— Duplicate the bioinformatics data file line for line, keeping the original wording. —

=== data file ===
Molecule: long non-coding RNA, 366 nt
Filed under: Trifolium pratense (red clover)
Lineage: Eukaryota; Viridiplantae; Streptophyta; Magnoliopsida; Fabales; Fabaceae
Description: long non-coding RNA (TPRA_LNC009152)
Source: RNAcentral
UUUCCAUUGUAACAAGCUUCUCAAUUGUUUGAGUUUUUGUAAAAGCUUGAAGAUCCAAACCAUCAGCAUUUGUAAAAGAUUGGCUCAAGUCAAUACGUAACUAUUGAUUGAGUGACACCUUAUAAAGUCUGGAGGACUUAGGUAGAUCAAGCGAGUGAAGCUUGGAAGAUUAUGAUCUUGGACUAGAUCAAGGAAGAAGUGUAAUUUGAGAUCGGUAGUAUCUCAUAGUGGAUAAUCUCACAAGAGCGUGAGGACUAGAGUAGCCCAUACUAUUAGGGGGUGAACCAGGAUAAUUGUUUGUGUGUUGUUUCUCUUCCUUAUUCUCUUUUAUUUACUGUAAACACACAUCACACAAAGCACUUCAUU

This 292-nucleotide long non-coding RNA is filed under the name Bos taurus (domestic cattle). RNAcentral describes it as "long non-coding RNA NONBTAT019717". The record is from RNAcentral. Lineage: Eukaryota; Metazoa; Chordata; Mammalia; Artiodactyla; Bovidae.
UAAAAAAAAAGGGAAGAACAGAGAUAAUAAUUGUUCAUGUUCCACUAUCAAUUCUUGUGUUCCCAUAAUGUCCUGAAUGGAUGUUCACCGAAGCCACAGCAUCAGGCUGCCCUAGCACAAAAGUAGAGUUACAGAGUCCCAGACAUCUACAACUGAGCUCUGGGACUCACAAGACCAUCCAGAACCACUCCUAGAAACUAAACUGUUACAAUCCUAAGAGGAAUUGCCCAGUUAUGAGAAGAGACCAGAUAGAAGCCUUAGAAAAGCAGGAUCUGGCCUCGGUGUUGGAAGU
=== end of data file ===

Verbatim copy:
Molecule: long non-coding RNA, 366 nt
Filed under: Trifolium pratense (red clover)
Lineage: Eukaryota; Viridiplantae; Streptophyta; Magnoliopsida; Fabales; Fabaceae
Description: long non-coding RNA (TPRA_LNC009152)
Source: RNAcentral
UUUCCAUUGUAACAAGCUUCUCAAUUGUUUGAGUUUUUGUAAAAGCUUGAAGAUCCAAACCAUCAGCAUUUGUAAAAGAUUGGCUCAAGUCAAUACGUAACUAUUGAUUGAGUGACACCUUAUAAAGUCUGGAGGACUUAGGUAGAUCAAGCGAGUGAAGCUUGGAAGAUUAUGAUCUUGGACUAGAUCAAGGAAGAAGUGUAAUUUGAGAUCGGUAGUAUCUCAUAGUGGAUAAUCUCACAAGAGCGUGAGGACUAGAGUAGCCCAUACUAUUAGGGGGUGAACCAGGAUAAUUGUUUGUGUGUUGUUUCUCUUCCUUAUUCUCUUUUAUUUACUGUAAACACACAUCACACAAAGCACUUCAUU

This 292-nucleotide long non-coding RNA is filed under the name Bos taurus (domestic cattle). RNAcentral describes it as "long non-coding RNA NONBTAT019717". The record is from RNAcentral. Lineage: Eukaryota; Metazoa; Chordata; Mammalia; Artiodactyla; Bovidae.
UAAAAAAAAAGGGAAGAACAGAGAUAAUAAUUGUUCAUGUUCCACUAUCAAUUCUUGUGUUCCCAUAAUGUCCUGAAUGGAUGUUCACCGAAGCCACAGCAUCAGGCUGCCCUAGCACAAAAGUAGAGUUACAGAGUCCCAGACAUCUACAACUGAGCUCUGGGACUCACAAGACCAUCCAGAACCACUCCUAGAAACUAAACUGUUACAAUCCUAAGAGGAAUUGCCCAGUUAUGAGAAGAGACCAGAUAGAAGCCUUAGAAAAGCAGGAUCUGGCCUCGGUGUUGGAAGU